A new i4cp survey, conducted in partnership with HR.com, shows that most organizations try to move swiftly through the new employee orientation (NEO) process. Of 597 respondents, fully 86% say their organizations have such orientations company-wide. Nearly half of them (46%) say the process lasts a day or less, and another 26% say it lasts two to three days.
What do most organizations do during orientations? The top four activities, according to the i4cp survey, are telling new employees about benefits (86%), core values (83%), company history (82%) and mission/vision statements (78%). There’s also the semi-obligatory tour of the facility (cited by 72%) and a host of other possibilities, from communicating policies and procedures to teaching about safety and compliance issues.
There’s nothing wrong with any of this, of course. It’s a basic tenet of group dynamics that newcomers learn about the group’s values, history and vision in order to become functioning members. New employees deserve thorough explanations of important policies on issues such as ethics, harassment, confidentiality and other items that require their signatures. And, they need to know the details of their benefits packages, partially to give them an appreciation of the value of their new affiliation and partially because there are often important decisions that must be made about those packages.
But these basics can feel like a “to do” list for employers and like a torrent of hard-to-assimilate information for new workers. To truly engage people in the NEO process, some companies try to establish more personal or emotional connections. The i4cp survey specifically asked respondents about what kind of “wow” factors companies use in the orientation process. It found that the most commonly used “wow” factors include giving out company memorabilia such as pens, shirts and binders (cited by 54% of respondents) and getting senior staff involved with the orientation (cited by 46%). Twelve percent of respondents said that there was no “wow” factor associated with orientation.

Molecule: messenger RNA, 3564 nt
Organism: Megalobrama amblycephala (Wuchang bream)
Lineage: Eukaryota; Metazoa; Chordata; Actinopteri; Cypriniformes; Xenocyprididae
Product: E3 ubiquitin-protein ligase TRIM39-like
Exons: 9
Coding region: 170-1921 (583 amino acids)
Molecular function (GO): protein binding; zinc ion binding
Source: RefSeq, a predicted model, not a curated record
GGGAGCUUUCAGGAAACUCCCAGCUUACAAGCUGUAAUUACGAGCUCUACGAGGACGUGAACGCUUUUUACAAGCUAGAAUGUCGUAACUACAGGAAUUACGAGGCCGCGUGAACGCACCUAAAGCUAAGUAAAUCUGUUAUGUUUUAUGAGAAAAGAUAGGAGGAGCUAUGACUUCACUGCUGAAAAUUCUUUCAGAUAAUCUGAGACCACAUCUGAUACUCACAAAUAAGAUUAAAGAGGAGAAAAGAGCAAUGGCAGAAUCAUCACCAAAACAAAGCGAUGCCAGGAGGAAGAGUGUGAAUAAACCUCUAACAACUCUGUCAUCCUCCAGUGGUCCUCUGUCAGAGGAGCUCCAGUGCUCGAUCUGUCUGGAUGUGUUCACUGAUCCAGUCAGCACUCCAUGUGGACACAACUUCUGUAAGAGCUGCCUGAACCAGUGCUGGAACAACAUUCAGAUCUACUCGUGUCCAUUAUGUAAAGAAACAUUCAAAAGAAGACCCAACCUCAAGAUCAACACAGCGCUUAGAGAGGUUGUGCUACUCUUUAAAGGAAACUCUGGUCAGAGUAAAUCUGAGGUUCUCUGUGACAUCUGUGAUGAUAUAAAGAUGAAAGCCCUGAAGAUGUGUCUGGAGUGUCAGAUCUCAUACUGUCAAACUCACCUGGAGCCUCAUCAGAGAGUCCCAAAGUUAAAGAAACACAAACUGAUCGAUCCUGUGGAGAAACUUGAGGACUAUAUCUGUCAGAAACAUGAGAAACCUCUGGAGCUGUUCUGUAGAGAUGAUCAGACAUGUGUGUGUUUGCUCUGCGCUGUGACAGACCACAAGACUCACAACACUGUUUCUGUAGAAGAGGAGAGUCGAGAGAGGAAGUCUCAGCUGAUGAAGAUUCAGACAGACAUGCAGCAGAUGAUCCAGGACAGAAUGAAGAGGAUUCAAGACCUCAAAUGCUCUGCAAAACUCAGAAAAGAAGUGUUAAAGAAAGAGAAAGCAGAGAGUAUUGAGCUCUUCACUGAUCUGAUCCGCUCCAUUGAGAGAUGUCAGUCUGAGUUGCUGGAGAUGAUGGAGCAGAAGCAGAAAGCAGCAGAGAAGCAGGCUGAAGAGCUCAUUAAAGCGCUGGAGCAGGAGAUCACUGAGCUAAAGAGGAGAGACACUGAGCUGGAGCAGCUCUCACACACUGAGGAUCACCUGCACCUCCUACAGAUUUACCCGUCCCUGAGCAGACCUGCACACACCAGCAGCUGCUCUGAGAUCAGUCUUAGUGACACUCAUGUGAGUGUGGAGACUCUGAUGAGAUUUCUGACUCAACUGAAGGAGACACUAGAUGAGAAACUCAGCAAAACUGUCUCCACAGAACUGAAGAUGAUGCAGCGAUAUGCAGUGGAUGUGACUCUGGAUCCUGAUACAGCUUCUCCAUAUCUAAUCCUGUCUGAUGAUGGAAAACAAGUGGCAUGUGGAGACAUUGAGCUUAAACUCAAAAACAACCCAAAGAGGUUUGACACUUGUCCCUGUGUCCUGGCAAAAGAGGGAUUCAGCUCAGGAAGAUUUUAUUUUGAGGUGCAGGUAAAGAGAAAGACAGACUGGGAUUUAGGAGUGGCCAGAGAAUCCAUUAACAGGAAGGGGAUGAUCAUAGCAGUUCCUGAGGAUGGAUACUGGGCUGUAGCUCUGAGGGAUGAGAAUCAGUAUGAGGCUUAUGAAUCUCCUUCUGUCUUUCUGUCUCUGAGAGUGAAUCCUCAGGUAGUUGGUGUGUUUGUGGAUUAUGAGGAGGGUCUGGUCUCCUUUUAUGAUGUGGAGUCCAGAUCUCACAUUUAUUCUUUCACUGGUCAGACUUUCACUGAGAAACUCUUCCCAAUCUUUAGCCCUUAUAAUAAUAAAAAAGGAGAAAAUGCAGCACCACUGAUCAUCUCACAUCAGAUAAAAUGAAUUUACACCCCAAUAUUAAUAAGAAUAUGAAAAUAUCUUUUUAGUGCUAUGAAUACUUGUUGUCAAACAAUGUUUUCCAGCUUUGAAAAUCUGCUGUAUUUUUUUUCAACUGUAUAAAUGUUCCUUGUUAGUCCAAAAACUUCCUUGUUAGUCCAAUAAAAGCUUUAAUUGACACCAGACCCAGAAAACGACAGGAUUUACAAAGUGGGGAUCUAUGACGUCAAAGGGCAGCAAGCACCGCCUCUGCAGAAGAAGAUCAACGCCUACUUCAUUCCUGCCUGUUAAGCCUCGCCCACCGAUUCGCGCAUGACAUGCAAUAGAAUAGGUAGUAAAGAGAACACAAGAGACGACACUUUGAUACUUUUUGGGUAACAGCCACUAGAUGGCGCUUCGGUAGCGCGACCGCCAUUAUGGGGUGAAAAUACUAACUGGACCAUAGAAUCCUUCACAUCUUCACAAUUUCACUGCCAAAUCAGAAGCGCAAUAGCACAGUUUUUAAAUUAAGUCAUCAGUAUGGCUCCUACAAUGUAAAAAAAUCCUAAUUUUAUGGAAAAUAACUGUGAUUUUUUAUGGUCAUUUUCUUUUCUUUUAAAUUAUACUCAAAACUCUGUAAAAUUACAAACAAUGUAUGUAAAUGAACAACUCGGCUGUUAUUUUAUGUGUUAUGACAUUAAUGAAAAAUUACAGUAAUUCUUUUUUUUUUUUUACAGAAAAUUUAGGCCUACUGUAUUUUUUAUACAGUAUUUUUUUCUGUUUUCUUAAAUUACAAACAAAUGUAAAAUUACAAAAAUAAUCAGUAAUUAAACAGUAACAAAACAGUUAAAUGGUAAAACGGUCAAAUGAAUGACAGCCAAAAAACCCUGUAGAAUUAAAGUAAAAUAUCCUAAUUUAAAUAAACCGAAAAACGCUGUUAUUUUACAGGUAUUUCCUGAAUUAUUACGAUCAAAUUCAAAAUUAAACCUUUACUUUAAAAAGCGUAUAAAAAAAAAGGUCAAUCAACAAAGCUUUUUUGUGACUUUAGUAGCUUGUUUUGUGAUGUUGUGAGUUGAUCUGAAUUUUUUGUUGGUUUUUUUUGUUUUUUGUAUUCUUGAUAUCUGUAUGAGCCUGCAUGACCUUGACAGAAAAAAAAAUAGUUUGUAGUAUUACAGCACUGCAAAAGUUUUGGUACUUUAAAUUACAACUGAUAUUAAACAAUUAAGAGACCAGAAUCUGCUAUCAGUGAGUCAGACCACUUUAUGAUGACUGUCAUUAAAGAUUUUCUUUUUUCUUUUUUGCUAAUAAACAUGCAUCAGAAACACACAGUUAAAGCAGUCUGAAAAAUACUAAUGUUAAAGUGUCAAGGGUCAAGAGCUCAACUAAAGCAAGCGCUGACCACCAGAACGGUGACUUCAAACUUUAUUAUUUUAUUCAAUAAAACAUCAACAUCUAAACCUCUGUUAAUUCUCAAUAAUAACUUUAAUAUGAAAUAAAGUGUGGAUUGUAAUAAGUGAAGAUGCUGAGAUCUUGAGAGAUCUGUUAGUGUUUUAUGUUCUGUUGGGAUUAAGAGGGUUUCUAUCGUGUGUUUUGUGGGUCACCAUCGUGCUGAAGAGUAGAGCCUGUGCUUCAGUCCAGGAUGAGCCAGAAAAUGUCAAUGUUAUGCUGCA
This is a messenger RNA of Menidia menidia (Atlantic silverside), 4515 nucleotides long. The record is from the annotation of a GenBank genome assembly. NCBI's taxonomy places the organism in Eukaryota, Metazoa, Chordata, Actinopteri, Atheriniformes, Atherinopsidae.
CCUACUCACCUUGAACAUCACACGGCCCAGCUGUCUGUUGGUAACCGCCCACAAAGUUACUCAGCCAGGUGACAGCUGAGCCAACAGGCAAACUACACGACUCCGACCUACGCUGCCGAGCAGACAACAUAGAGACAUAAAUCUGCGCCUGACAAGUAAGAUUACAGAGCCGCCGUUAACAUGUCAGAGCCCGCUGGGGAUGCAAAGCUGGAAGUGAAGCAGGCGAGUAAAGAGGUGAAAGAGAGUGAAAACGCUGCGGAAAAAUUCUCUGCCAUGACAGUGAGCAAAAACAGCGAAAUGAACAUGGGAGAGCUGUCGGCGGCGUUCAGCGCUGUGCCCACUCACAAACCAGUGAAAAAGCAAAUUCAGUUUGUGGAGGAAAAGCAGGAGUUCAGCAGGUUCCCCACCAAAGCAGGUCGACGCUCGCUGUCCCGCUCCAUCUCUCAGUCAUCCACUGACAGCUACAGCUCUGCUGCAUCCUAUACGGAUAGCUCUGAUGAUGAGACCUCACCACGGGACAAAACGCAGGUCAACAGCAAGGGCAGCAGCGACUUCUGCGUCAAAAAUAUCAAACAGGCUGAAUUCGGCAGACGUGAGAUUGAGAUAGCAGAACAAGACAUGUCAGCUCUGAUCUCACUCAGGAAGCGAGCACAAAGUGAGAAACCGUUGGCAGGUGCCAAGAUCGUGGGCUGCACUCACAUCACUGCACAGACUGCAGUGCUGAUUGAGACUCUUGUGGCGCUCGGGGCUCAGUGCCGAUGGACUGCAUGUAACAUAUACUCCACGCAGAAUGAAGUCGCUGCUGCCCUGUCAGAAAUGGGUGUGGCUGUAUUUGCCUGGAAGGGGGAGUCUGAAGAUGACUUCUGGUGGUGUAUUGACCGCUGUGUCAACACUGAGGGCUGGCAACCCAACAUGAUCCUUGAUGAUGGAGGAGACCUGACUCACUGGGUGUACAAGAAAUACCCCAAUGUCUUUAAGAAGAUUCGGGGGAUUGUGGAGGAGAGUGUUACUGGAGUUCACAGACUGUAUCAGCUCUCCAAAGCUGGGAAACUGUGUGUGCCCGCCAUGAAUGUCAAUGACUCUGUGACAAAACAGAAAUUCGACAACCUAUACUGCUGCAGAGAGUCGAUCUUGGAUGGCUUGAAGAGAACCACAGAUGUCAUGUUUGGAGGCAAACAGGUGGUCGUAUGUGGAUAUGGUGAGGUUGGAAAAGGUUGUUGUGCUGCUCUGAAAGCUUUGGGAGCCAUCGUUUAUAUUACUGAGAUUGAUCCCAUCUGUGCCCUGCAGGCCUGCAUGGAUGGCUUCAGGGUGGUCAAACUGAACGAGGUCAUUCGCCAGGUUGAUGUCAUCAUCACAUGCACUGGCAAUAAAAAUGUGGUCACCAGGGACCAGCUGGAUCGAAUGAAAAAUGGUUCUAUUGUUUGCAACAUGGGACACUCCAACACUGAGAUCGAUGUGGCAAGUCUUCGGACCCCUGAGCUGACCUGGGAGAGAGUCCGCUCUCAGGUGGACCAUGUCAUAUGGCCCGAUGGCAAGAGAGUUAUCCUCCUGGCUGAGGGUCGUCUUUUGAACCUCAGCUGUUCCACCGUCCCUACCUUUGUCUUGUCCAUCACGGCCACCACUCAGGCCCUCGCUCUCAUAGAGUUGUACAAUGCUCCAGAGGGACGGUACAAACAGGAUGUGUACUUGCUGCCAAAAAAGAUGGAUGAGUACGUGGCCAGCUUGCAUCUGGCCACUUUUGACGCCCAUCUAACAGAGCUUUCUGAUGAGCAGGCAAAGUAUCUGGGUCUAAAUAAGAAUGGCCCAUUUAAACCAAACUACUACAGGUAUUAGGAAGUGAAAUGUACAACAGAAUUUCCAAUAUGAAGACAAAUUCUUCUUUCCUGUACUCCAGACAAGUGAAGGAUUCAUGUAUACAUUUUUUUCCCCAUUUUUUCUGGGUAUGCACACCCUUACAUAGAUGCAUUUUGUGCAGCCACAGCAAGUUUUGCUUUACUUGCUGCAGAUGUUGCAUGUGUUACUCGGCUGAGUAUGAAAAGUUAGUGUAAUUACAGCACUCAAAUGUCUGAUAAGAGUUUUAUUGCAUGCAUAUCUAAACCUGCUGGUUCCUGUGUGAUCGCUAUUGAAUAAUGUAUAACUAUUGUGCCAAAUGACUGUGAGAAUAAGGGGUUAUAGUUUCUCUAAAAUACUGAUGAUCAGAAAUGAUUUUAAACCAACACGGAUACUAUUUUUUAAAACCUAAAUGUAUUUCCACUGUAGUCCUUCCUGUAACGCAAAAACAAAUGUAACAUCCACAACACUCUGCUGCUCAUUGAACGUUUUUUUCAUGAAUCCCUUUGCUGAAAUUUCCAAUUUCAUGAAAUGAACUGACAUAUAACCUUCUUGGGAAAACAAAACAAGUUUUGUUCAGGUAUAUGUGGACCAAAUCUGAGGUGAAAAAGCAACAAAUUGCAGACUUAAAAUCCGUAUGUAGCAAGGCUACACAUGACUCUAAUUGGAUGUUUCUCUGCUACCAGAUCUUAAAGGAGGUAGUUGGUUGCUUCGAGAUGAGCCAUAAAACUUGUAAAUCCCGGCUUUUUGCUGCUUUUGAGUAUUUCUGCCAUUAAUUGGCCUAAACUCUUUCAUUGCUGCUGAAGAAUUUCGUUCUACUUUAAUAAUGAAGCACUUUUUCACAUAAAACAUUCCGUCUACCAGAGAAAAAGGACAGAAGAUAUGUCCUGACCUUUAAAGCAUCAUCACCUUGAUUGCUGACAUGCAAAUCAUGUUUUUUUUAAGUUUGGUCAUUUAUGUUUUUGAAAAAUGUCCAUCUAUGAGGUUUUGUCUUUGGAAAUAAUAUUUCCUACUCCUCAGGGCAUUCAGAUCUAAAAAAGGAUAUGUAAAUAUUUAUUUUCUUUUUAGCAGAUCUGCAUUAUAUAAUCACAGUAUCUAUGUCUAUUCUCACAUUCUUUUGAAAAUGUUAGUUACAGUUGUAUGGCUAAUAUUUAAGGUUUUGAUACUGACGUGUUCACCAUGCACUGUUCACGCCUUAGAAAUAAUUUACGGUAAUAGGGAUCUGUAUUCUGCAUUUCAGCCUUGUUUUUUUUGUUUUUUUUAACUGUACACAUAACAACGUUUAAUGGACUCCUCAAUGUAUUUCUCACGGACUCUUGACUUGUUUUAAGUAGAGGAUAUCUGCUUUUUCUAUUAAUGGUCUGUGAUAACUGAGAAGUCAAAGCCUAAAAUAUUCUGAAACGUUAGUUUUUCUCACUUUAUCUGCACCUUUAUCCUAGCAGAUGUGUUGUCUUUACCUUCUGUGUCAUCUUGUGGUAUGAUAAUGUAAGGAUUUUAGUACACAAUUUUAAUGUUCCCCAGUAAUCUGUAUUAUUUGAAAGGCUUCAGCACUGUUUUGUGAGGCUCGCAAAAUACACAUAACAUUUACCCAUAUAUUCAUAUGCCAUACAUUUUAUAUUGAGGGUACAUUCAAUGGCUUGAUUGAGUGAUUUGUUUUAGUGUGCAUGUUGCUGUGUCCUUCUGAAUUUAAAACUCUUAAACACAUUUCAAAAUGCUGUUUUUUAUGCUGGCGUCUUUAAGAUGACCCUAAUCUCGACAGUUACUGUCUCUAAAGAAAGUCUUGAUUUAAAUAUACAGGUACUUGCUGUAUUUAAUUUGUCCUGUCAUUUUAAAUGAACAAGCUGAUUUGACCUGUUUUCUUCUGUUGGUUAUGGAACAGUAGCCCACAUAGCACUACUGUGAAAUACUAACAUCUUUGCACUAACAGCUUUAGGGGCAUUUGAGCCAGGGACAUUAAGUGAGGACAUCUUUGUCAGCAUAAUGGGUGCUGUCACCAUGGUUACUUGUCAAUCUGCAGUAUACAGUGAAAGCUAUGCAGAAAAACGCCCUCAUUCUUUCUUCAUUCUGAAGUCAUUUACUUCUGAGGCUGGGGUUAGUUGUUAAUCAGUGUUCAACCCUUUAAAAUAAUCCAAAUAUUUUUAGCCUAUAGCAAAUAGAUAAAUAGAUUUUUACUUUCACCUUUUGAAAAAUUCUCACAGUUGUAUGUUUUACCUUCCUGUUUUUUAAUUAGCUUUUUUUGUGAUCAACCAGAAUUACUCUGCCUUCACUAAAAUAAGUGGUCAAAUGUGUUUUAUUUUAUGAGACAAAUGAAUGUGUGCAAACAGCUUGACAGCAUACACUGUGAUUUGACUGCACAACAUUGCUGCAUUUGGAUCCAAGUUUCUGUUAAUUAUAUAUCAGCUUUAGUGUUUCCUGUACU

Judging from write-in survey responses, a lot of organizations also engage in the age-old tradition of breaking bread with new group members in order to make them feel welcome and to get to know them. There’s often a breakfast, lunch or both, and sometimes this includes a meal with the CEO or other senior leader. Some organizations even go out of their way to provide new hires with favorite foods, gifts or other “pleasant surprises.” One survey respondent wrote, for example, “we find out what some of their favorite things are and we try to find them and give them on orientation.”
Other respondents seem more skeptical of special gifts or events. One wrote, “I think more important to folks is getting them the right info and getting them connected (literally and figuratively) so that they can be/feel productive.” Indeed, feeling connected and developing relationships can be an important part of orientation programs. Various respondents pointed to establishing mentoring relationships as part of the NEO process, and one participant alluded to a “new employee networking program” and a “new employee mentor/buddy for [the] first six months.” Through such relationship-building, new recruits can gain deeper insights into the unique qualities of their new employers.